California Association of Collectors advances advocacy on key legislation in the state and focuses on members’ stories during the annual legislative day.
06/20/2022 2:30 P.M.
2.5 minute read
Members of the California Association of Collectors Inc. met with several key players in the California legislature for the state unit’s annual legislative day.
The goal of the event was to help educate legislators about the accounts receivable management (ARM) industry and how their votes can impact businesses.
It is vital for ACA International and CAC members to have an impact on the narrative being told at the capitol, which the CAC did during the legislative day by focusing on members sharing stories about their work in the ARM industry and helping consumers.
“We wanted to focus on who we are as members and community businesses as much as, if not more than, legislation we’ve been tracking this year,” said Kelly Parsons-O’Brien, secretary for the CAC and president of Pacific Credit Services.
Highlights from the CAC legislative day include:
- The group issued its Legislator of the Year Award to California Assembly Member Blanca Rubio. Rubio is the author of B. 2424, the amended Credit Services Act of 1984 currently making its way through the legislature. The bill would update the 1984 legislation to address modern technology and how consumers do business in 2022. “Our goal is to add continued consumer protection for California consumers,” Parsons-O’Brien said.
- The CAC is also tracking legislation on a wage garnishment bill, B. 1477, for any consumer that earns less than $80,000 a year; and S.B. 1200, which only allows renewal of judgments when a creditor has a lien, and reduces interest to the prime rate. The bill’s author, State Sen. Nancy Skinner, met with members about the proposal and the impact it would have.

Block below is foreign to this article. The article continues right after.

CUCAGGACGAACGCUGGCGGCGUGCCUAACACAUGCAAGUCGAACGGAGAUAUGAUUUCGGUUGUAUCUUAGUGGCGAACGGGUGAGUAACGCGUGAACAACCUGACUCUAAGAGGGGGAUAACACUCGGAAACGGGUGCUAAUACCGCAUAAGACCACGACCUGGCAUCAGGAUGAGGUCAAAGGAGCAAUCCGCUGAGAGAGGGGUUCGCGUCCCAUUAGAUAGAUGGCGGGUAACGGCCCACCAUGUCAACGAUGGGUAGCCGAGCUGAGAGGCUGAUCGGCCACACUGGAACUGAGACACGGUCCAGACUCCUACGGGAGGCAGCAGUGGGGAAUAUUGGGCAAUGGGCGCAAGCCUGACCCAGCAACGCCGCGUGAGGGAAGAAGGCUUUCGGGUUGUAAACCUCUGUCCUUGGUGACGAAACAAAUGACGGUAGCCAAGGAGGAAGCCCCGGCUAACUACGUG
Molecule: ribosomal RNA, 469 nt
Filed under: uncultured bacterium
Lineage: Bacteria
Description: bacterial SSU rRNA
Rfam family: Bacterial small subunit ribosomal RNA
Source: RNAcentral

Comments on Consumer Complaints
The California Department of Financial Protection and Innovation (DFPI) is seeking comments on its processes for consumer complaints and inquiries under the California Consumer Financial Protection Law (CCFPL) enacted in 2020.
The CAC is asking for feedback from its members to inform the comments to the DFPI, which are due by July 5. It is also working on a sample letter for members to use to send to the DFPI.
“The broad objective of this regulatory action mirrors the [l]egislature’s intent in enacting the CCFPL: to strengthen consumer protections by expanding the ability of the [d]epartment to improve accountability and transparency in the California financial system, provide consumer financial education, and protect consumers from abusive financial practices, while prioritizing the prevention of unethical businesses from harming the most vulnerable populations,” according to the DFPI. “The proposed regulations would achieve these benefits by requiring covered persons to have appropriate procedures to review, investigate, respond to, track, and report consumer complaints and inquiries.”
Comments may be submitted by email to [email protected] or mail:
Department of Financial Protection and Innovation
Attn: Sandra Navarro
300 S. Spring Street, Suite 15513
Los Angeles, CA 90013
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